Gunboats are ships of different origins (sometimes even converted merchants) armed with destroyer-size weapons but without torpedoes. Active
in more restricted waters (Gulf of Finland, Ladoga Lake, Caspian Sea) should not be confused with Armed boats or riverine gunboats.
Soviet gunboat 'Krasnoye Znamya' (Red Banner).
The most powerful Soviet gunboat (5 x 130mm guns) active in Gulf of Finland: a single unit.
On 18 November 1942 she was attacked while in harbor by Finnish motor torpedo boats Syoksy, Vinha and Vihuri.
She was hit by a torpedo from Syoksy and sunk.
She was recovered in November 1943 and returned to service in September 1944.
Soviet gunboat Krasnyy Azerbaydzhan. Alongside her sister-ship Lenin, she served in Caspian Sea (most armed warships there).
During the Russian Civil War she captured the White transport ship "Ondine" on 18 April 1918.
During the WW2 both ships provided patrol service in the Caspian Sea and took part in operations against Persia in 1941.
On 20 June 1943, Lenin’s anti-aircraft fire shot down a German He-111 bomber: crew of 4 captured including the squadron commander.
Canhoneira embarcacao russo. Canonera buque foto.
(photo of Krasnoya Gruziya after the attack)
Intended as multi-purpose ships with minelaying, minesweeping and landing/transport capabilities.
Krasnaya Gruziya and Krasnyy Adzharistan: on these mines was heavily damaged the German landing craft F-130 on 29 April 1942.
(drifting mine was Soviet, while claimed in past by submarine L-4, her field was located too south).
Also their field of mines scored two victories on the first year of war:
1 December 1941: was sunk the Romanian merchant Cavarna (3495 GRT) with cargo of fuel.
2 December 1941: was sunk the German merchant Cordelia (1357 GRT) with cargo of gasoline.
Both ships have been claimed until recently to the field laid by Soviet destroyrs Smyshlyonyy and Bodryy.
Krasnaya Gruziya was grounded and lost on 28 February 1943 after being hit by torpedo during an attack by German motor torpedo boats S-28, S-51, S-72 and S-102 in Black Sea. The wreck was later finished by German artillery and aircraft. It was the heaviest loss of the Soviet Navy due enemy surface attack in Black Sea (during the assault were also lost a minesweeper and a tug).
Amgun-class was the most numerous class of Soviet large gunboats (11 units) serving both in Ladoga Lake and Gulf of Finland.
Hulls built in Germany before the war and acquired by Soviet Union between 1940 and 1941!
All ships armed with 2 x 130mm guns (except “Bira” that received 3 guns) and took part at multiple clashes.
11 July 1942
Gunboat Kama took part at the last stage of Battle of Someri Island. She shelled from sea Finnish ground forces and engaged Finnish gunboats Hameenmaa and Turunmaa without hits scored on both sides. Finnish claimed to have sunk her with aircrafts but it was not true. The battle was a soviet defeat with the failure of the landing and a number of losses among small crafts (caused mainly by Finnish coastal artillery and gunboats), and only damage caused to the enemy was due soviet aircrafts.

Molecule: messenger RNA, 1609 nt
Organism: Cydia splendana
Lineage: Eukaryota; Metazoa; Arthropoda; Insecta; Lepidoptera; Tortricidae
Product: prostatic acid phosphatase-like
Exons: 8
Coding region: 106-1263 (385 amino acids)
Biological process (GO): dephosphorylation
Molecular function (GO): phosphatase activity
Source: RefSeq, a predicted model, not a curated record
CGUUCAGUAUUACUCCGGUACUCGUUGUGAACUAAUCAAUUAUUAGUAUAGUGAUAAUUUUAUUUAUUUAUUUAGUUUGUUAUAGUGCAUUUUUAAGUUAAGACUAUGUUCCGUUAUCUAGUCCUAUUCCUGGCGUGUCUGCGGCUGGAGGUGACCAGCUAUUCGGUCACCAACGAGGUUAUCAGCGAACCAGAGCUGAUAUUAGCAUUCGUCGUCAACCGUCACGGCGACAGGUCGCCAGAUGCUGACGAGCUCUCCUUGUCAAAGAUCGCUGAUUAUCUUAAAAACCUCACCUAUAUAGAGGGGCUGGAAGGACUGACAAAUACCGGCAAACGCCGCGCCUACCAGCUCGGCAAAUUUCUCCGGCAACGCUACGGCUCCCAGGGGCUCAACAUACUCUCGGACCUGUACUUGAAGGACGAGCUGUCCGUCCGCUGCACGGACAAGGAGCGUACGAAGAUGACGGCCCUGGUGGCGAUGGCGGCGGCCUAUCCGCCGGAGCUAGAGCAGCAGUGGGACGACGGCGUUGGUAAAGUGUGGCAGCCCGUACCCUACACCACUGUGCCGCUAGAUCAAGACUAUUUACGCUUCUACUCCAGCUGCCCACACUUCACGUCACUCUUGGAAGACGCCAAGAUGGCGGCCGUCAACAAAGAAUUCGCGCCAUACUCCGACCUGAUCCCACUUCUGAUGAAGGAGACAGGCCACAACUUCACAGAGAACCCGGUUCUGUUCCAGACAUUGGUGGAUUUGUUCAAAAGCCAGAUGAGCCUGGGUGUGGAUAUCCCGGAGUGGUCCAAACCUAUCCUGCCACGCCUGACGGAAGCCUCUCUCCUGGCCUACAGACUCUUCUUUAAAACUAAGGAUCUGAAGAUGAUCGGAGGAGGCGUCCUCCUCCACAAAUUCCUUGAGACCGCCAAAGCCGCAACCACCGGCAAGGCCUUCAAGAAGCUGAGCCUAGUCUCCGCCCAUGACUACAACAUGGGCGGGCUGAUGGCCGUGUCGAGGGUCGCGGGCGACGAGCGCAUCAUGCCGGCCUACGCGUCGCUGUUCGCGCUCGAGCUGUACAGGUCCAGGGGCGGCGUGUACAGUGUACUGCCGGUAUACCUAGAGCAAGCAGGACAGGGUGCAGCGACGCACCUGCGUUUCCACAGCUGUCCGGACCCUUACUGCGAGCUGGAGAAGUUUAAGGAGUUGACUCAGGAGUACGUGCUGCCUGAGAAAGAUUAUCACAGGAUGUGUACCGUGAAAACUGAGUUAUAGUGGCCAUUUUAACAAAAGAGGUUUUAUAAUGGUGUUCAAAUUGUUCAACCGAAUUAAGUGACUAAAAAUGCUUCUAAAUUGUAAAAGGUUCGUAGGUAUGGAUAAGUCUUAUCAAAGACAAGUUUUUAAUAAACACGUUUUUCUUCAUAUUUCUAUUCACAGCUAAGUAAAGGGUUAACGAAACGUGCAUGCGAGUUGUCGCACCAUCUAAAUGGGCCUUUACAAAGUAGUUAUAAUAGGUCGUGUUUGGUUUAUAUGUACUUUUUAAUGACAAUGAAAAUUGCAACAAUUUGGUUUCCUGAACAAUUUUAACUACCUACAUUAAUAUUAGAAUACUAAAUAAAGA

15 August 1942
Into Ladoga Lake Italian motor torpedo boats MAS-527 and MAS-528 attacked gunboats Nora and Selemdzha while sailing with sub.chasers MO-199, MO-202 and MO-209. Italians claim to have sunk a gunboat, but torpedoes exploded on bottom and MAS-572 received a direct hit with damages. Selemdzha had 2 wounded.
Battle of Suho Island.
22 October 1942 Result: Soviet victory
Into Ladoga Lake, Germans assaulted the small island of Suho with a flotilla of armed landing barges.
The landed troops could not fulfill their full objectives, suffering heavy losses and destroying 2 of the 3 guns, while also damaging the lighthouse. Unexperienced on the island geography, multiple units grounded: the armed ferries SF-12, SF-13, SF-21, SF-26 and infantry boat I-6 were lost (with extra damage caused by the Germans before retreating), while SF-22 was damaged after direct hit from the survived gun.
Interestingly, the I-6 was found floating and seized intact as prize by submarine chaser MO-214, while gunboat Nora found the already-abandoned SF-21, sinking her with direct gunfire at close range.
Soviet auxiliary minesweeper Tszcz-100 engaged the ferries at the beginning of battle, and gunboats Bira and Selemdzha sailed to the island with support of sub.chasers MO-201, MO-205 and MO-206. The gunboats shelled the grounded ferries and chased the retreating flotilla who fled in front of more large ships. During the chase, both gunboats suffered minor damage (2 wounded on Selemdzha).
Later Soviets recovered and repaired one of the ferries (SF-26, entered service in the Ladoga Flotilla as DB-51).
First Battle of Cape Sorve
18 November 1944 Result: Indecisive.
An engagement between the German minesweeper M-328 (followed by the four small auxiliary minesweepers) against four Fugas-class units, saw the Tszcz-207 Shpil hit by a 105mm shell of the M-328 with some damages. A counter-attack of the soviet gunboats Volga, Bureya and Zeya saw no other hits on both sides and both groups retreated.
Second Battle of Cape Sorve
21 November 1944 Result: Soviet victory
A repetition off the first battle: this time gunboats Volga, Bureya and Zeya engaged more enemy units: minesweepers M-328 and M-423, patrol ships V-302 “Bremen” and V-5713 “Sudetenland”.
During the clash, “Sudetenland” suffered a direct below the water line with heavy damage: she was took in tow by “Bremen” and the whole German group fled.
Konstructor was a single ship: last survived of her WWI-era class of warships, converted as gunboat with 3 x 130mm guns to serve in Ladoga Lake.
On 16 October 1941 her anti-aircraft fire shot down a German Ju-88 bomber. Crew of 4 captured.
Sunk by Finnish bombers on November 1941 but recovered and returned to service in April 1943.